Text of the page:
Brazil and Nicaragua Comparisons
Mechanization in coffee usually involves harvesting methods that simply shake each tree over a large pan that catches the fruit. Because Arabica coffee does not ripen at the same time, high-quality coffee is harvested by hand four or five times during the season. All of my friends in Nicaragua do this; my friends in Brazil do not, because the low elevation of their farm means that they cannot command a premium for quality, and therefore cannot afford to pay for handpicking at Brazil's higher labor costs. Hand-picking would improve the quality of their coffee, but not enough to justify the cost.
It remains to be seen whether California can square the circle of commanding a higher price without paying for human harvesters. As the article mentions, California growers are placing a great deal of their faith in selecting the best varietals. These are cultivated sub-species of Arabica, analogous to grape varietals. The Caturra mentioned in the article, for example, is commonly grown in Nicaragua as well as Colombia, and is known as Coffea arabica var. caturra. Each is best suited to particular conditions of soil and microclimate.
Coffee Calendar Countdown
Strom points out that the quantity of coffee being grown in California is still very small? How small? Much smaller than the quantity grown on Hawaii's 800 farms (it grows on every major island in that state -- it is not all about Kona). But Hawaii is small, too, in comparison to the huge quantity of coffee grown in the world.
As I thought about how to represent these differences graphically, I struggled with how to make California's crop visible on the same image as the world's crop. As I was playing with the math, I realized that another analogy might be helpful. Consider the year's coffee production, which in 2016 totaled just over 20 billion pounds -- enough to make something like a TRILLION cups of coffee.
Imagine the crop being consumed in this order through the calendar year: biggest producer, next biggest, then all the rest, followed by Hawaii and California at the very end. This is not possible, for a whole host of reasons, but as a thought experiment it is telling.
On January 1, we could begin drinking coffee from Brazil. In 2016, Brazil's coffee could have supplied the world right up through my birthday in early May. The second-largest producer is Vietnam, whose coffee could supply the world from then through Independence Day on July 4. That is correct -- well-known Brazil and little-known (in coffee terms) Vietnam supplied over half the world's coffee in 2016, though almost none of its specialty coffee.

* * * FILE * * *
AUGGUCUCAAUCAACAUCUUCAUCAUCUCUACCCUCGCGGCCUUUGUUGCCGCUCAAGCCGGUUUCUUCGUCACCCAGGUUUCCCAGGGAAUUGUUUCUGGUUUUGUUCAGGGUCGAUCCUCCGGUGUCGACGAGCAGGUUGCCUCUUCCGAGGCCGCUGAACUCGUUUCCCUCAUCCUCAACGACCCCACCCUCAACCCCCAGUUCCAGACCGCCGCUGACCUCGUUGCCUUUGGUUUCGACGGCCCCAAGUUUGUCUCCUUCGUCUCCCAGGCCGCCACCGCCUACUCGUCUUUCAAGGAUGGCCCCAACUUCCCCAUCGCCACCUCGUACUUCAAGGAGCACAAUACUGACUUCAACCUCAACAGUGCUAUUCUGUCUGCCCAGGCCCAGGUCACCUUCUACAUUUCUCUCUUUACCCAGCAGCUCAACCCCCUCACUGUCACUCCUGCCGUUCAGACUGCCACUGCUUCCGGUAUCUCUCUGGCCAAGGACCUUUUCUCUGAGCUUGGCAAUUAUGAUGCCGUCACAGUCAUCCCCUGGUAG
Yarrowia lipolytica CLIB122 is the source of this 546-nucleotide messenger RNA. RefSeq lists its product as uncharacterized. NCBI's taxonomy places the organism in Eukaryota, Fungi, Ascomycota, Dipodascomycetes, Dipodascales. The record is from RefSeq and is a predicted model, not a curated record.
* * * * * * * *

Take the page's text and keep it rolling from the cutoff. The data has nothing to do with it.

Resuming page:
From the summer months until Christmas, we could drink coffee from about 50 other countries throughout the coffee belt -- Mexico, Peru, Indonesia (mainly Java & Sumatra), Kenya, Ethiopia, and many more.
On Christmas Eve -- as a special treat -- we could start drinking coffee from Nicaragua, where my friends grow some of the highest-quality coffees in the world. On the afternoon of New Year's Day, perhaps around 5 p.m., it would be time to drink some Hawaiian coffee, which would take us through our evening celebrations. And then ONE SECOND BEFORE MIDNIGHT, the world could slurp down all of the coffee produced in California!
One of the advantages of my reputation as a Coffee Maven is that a wide network of friends who keep me updated on coffee developments. As mentioned above, an industry friend let me know about this story last year; more recently a local friend from my church let me know that journalist Jodi Helmer of NPR had covered it more recently. With another crop year having passed in such a young trend, it seems there is even more exuberance, though the use of the phrase The State's Next Gold Mine might be a bit overmuch.